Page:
Congress

Impeachment news roundup: Dec. 13

Judiciary Committee sends articles of impeachment to the House, White House condemns ‘desperate charade’

House Judiciary Committee Chairman Jerrold Nadler prepares to speak to the media after the committee passed two articles of impeachment against President Donald Trump on Friday. (Tom Williams/CQ Roll Call)

After a 14-hour marathon on Thursday, the House Judiciary Committee took less than 10 minutes to approve the two articles of impeachment against President Donald Trump on Friday.

Both articles were approved on 23-17 party-line votes.

The full House will take up the articles next week before Congress heads out for its holiday break at the end of the week.

The White House condemned the Democrats’ “desperate charade of an impeachment inquiry,” in a statement after the vote, saying the committee’s part of the process “has reached its shameful end."

“The President looks forward to receiving in the Senate the fair treatment and due process which continues to be disgracefully denied to him by the House,” Press Secretary Stephanie Grisham said.

Judiciary ranking member Doug Collins accused Democrats of “knee-capping our democracy.”

“Rather than help Americans move into the future with confidence, Democrats are attempting to knee-cap our democracy,” Collins said in a statement. “They’re telling millions of voters that Democrats will work to overturn the will of the people whenever it conflicts with the will of liberal elites.”

Here’s the latest on the impeachment inquiry:

Mazars: The Supreme Court agreed Friday to hear President Donald Trump’s challenges to Mazars and Deutsche Bank congressional subpoenas for the president’s financial and tax records. The court will hold oral argument in March.

Trial sabotage: Judiciary member Val Demings is calling on McConnell to recuse himself from the Senate trial after the majority leader gave an interview in which he said he would coordinate his running of the process with the president and White House counsel.

Dennings said McConnell’s statements indicate he has “effectively promised” to let Trump manage the Senate impeachment trial. 

“Senator McConnell has promised to sabotage that trial and he must recuse himself,” the Florida Democrat said in a statement. “No court in the country would allow a member of the jury to also serve as the accused’s defense attorney. The moment Senator McConnell takes the oath of impartiality required by the Constitution, he will be in violation of that oath.”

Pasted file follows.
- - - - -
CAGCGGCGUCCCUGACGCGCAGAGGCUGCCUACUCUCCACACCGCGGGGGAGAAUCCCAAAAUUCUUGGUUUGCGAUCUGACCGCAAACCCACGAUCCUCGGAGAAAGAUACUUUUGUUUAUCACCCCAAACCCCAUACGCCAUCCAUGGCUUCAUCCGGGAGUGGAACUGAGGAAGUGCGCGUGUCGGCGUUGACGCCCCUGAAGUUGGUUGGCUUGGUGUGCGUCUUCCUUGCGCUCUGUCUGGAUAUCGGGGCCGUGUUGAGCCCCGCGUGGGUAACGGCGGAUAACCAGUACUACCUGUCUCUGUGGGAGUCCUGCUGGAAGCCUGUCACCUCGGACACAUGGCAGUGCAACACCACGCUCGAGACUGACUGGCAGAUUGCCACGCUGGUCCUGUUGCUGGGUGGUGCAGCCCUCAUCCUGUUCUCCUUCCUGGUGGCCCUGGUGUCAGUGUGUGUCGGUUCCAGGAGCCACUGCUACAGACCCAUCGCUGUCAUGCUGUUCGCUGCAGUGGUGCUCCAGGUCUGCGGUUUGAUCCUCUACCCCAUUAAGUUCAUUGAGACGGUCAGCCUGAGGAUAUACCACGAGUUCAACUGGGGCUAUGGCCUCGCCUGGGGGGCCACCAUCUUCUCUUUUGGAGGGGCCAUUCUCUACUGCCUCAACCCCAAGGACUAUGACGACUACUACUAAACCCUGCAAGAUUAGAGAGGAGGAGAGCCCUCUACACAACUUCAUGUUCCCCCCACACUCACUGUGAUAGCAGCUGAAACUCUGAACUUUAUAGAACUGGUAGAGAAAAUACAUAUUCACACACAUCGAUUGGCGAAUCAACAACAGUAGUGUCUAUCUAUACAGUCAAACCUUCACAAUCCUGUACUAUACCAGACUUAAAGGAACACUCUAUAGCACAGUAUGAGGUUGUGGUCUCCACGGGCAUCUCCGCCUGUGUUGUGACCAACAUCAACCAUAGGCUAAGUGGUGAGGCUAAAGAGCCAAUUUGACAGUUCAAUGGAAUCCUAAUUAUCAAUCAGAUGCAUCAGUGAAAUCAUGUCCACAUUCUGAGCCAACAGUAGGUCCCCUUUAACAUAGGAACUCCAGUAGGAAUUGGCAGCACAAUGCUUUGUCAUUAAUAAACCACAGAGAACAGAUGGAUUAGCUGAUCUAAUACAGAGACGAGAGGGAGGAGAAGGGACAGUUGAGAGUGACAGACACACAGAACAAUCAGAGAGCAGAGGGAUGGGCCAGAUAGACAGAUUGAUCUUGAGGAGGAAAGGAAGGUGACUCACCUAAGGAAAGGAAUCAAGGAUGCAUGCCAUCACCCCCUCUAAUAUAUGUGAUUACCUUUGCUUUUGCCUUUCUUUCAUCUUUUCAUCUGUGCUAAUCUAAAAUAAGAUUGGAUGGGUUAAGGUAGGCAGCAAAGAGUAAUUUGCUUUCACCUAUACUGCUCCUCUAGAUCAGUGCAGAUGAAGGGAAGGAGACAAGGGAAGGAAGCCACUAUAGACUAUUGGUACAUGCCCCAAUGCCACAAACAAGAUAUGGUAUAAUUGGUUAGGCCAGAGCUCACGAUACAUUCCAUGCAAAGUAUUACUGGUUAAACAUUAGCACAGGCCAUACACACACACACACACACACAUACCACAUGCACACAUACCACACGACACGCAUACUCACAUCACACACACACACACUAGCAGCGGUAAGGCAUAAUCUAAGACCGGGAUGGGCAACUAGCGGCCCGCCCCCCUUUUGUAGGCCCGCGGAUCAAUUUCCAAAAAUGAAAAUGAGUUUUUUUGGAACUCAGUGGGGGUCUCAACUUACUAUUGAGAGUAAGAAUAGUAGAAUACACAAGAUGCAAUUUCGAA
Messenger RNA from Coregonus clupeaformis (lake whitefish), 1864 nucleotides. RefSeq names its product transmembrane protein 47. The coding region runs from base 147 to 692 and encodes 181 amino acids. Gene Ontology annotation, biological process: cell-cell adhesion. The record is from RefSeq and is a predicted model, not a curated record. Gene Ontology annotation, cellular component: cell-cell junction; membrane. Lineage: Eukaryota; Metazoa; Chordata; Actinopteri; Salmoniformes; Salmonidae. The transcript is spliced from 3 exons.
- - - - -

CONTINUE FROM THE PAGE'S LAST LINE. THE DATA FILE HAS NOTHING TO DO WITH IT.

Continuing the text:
Trump’s take: “This has been a wild week,” Trump told reporters in the Oval Office in something of a historical understatement.

“Waste of time”: Vice President Mike Pence slammed the Judiciary vote on Friday, saying through an aide congressional Democrats should “get back to work for the American people.” That came in a statement from his top spokeswoman, Katie Waldman, who said Democrats “should heed the voice of the American people and reject this partisan impeachment that has been a complete waste of time.”

What happens next: The House Rules Committee will meet at 11 a.m. Tuesday to set the floor debate rules for the articles of impeachment. Unlike other committees, the Rules panel does not plan to move to a more spacious or publicly accessible hearing room.

The committee, led by chairman Jim McGovern, D-Mass., occupies prime office space on the third floor of the Capitol building, with an adjacent small hearing room that will serve as the venue for the meeting.

A Tuesday vote in the Rules Committee would put the two articles of impeachment on track for debate and votes on the House floor on Wednesday, which had been anticipated.

Majority Leader Mitch McConnell has said a trial won’t start in the Senate until after Congress returns from its holiday break in January.

“Out of control”: Trump-Pence 2020 campaign manager Brad Parscale called the House Judiciary Committee sending the impeachment articles to the floor “just another act in the Democrats’ political theater.”

“The baseless, sham impeachment is just out-of-control partisan politics and the American people are rejecting it,” he said in a statement.

Fired up early: Hours before the House Judiciary Committee will vote on impeachment articles against him, Trump claimed that Democrats are the party of “lies and deception.”